How are these calls to be understood? Parties and politicians that have worked closely with the German intelligence services for years and helped build up the state apparatus have not suddenly become defenders of democratic rights. The call to grant Snowden asylum from within the ranks of the ruling elite has nothing to do with a principled struggle against surveillance or the defence of Snowden and democratic rights.

German bourgeois politicians and the media are concerned with utilizing the growing tensions with the United States to obtain certain guarantees that the most blatant spying activities against politicians and businesses will be stopped. In this way, they hope to divert widespread popular discontent into safe channels before it turns against the German government itself.

Der Spiegel declared that asylum for Snowden would be “an impressive, risky and self-confident step” to establish “leverage” over the United States. “When the United States reflects upon the use of such actions, they should be forced by Angela Merkel and all of us to answer the simple question: does it benefit the United States to read Angela Merkel’s text messages, or does it benefit the United States to have allies?”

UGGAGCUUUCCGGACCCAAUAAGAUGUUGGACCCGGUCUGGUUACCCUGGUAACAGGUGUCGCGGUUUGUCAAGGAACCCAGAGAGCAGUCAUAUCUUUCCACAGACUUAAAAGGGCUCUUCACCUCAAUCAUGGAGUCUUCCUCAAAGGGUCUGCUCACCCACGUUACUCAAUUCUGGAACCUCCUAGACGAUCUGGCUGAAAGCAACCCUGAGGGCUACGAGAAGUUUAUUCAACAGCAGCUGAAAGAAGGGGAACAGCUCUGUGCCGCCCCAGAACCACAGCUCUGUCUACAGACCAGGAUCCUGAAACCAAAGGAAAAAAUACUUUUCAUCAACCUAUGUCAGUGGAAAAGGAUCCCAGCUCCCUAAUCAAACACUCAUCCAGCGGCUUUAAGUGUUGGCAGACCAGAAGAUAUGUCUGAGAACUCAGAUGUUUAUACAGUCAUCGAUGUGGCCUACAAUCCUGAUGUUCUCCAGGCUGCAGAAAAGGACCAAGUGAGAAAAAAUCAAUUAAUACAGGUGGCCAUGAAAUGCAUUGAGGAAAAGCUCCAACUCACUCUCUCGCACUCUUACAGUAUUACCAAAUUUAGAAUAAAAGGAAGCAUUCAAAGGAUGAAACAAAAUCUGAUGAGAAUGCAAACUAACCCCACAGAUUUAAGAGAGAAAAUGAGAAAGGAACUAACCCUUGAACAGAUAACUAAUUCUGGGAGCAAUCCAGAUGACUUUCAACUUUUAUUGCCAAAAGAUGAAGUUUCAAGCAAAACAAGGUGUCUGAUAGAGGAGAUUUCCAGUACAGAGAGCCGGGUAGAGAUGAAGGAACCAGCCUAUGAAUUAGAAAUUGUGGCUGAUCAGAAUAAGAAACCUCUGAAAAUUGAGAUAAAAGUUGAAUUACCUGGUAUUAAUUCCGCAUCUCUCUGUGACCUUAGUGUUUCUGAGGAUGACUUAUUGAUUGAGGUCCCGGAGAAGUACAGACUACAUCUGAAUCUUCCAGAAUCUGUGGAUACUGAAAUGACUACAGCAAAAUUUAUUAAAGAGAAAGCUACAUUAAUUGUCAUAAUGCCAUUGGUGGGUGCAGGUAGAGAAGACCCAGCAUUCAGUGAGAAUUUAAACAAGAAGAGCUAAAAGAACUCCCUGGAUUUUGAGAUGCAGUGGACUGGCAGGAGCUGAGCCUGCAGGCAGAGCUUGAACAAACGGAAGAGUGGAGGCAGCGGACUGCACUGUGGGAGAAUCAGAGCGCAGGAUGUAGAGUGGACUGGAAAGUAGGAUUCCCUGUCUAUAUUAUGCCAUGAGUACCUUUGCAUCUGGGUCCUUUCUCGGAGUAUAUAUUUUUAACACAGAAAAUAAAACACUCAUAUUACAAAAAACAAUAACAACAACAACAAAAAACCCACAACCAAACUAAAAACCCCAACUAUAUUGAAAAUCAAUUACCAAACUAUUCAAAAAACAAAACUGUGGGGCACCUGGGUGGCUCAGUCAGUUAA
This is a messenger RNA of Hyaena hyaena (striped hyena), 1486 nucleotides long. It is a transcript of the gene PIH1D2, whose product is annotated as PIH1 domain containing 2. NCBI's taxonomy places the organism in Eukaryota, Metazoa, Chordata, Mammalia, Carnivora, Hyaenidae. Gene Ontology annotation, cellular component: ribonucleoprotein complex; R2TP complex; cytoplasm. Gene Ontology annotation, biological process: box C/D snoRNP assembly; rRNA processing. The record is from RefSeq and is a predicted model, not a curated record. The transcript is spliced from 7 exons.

The Left Party’s parliamentary fraction warned in its latest statement: “Among friends, such actions are totally unacceptable and they undoubtedly endanger the friendship itself. The federal government has a duty to act decisively and avoid giving the impression that it thinks this is all not so bad. Possibly because the German government is doing the same in many countries? It is only necessary to think for a second what the response would have been if the Cambodian ambassador had been found to be involved in the spying affair. Development assistance… would have been halted very rapidly.”

Like the rest of the ruling class, the Left Party fears the consequences of the mounting tensions with the United States and the exposure of the lies upon which German imperialism rests.